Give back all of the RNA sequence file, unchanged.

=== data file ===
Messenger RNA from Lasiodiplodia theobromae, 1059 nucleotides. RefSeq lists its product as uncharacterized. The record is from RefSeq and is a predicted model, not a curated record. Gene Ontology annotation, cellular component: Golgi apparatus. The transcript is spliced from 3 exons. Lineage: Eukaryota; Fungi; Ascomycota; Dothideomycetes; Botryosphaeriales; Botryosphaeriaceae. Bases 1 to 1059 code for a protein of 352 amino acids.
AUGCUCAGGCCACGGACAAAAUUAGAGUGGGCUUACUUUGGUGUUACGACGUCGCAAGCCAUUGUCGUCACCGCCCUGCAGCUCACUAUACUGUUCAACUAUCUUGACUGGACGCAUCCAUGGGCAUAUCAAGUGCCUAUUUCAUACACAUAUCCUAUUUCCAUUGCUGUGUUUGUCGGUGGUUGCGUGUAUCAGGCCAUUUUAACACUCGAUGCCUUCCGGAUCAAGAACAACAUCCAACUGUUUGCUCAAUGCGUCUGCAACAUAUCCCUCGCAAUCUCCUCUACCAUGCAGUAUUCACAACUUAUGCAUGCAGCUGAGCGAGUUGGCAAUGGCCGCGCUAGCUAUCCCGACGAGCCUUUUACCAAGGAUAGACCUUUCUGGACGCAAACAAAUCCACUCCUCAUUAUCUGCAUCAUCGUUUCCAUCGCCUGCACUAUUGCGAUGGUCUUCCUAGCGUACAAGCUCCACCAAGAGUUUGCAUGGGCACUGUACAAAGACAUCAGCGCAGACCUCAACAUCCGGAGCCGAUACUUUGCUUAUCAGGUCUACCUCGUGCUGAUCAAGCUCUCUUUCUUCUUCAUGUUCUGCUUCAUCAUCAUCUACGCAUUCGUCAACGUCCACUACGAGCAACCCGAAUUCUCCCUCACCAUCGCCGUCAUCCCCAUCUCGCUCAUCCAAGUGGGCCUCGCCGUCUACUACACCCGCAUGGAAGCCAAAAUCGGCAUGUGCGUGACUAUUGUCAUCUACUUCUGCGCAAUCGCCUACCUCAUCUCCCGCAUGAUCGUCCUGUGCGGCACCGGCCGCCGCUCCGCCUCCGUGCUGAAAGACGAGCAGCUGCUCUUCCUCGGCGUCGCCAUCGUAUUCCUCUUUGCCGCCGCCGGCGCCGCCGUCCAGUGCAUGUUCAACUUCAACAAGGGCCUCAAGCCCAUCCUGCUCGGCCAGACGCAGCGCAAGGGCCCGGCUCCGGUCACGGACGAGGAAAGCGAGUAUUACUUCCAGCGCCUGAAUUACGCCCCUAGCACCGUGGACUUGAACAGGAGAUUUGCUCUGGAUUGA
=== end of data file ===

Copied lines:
Messenger RNA from Lasiodiplodia theobromae, 1059 nucleotides. RefSeq lists its product as uncharacterized. The record is from RefSeq and is a predicted model, not a curated record. Gene Ontology annotation, cellular component: Golgi apparatus. The transcript is spliced from 3 exons. Lineage: Eukaryota; Fungi; Ascomycota; Dothideomycetes; Botryosphaeriales; Botryosphaeriaceae. Bases 1 to 1059 code for a protein of 352 amino acids.
AUGCUCAGGCCACGGACAAAAUUAGAGUGGGCUUACUUUGGUGUUACGACGUCGCAAGCCAUUGUCGUCACCGCCCUGCAGCUCACUAUACUGUUCAACUAUCUUGACUGGACGCAUCCAUGGGCAUAUCAAGUGCCUAUUUCAUACACAUAUCCUAUUUCCAUUGCUGUGUUUGUCGGUGGUUGCGUGUAUCAGGCCAUUUUAACACUCGAUGCCUUCCGGAUCAAGAACAACAUCCAACUGUUUGCUCAAUGCGUCUGCAACAUAUCCCUCGCAAUCUCCUCUACCAUGCAGUAUUCACAACUUAUGCAUGCAGCUGAGCGAGUUGGCAAUGGCCGCGCUAGCUAUCCCGACGAGCCUUUUACCAAGGAUAGACCUUUCUGGACGCAAACAAAUCCACUCCUCAUUAUCUGCAUCAUCGUUUCCAUCGCCUGCACUAUUGCGAUGGUCUUCCUAGCGUACAAGCUCCACCAAGAGUUUGCAUGGGCACUGUACAAAGACAUCAGCGCAGACCUCAACAUCCGGAGCCGAUACUUUGCUUAUCAGGUCUACCUCGUGCUGAUCAAGCUCUCUUUCUUCUUCAUGUUCUGCUUCAUCAUCAUCUACGCAUUCGUCAACGUCCACUACGAGCAACCCGAAUUCUCCCUCACCAUCGCCGUCAUCCCCAUCUCGCUCAUCCAAGUGGGCCUCGCCGUCUACUACACCCGCAUGGAAGCCAAAAUCGGCAUGUGCGUGACUAUUGUCAUCUACUUCUGCGCAAUCGCCUACCUCAUCUCCCGCAUGAUCGUCCUGUGCGGCACCGGCCGCCGCUCCGCCUCCGUGCUGAAAGACGAGCAGCUGCUCUUCCUCGGCGUCGCCAUCGUAUUCCUCUUUGCCGCCGCCGGCGCCGCCGUCCAGUGCAUGUUCAACUUCAACAAGGGCCUCAAGCCCAUCCUGCUCGGCCAGACGCAGCGCAAGGGCCCGGCUCCGGUCACGGACGAGGAAAGCGAGUAUUACUUCCAGCGCCUGAAUUACGCCCCUAGCACCGUGGACUUGAACAGGAGAUUUGCUCUGGAUUGA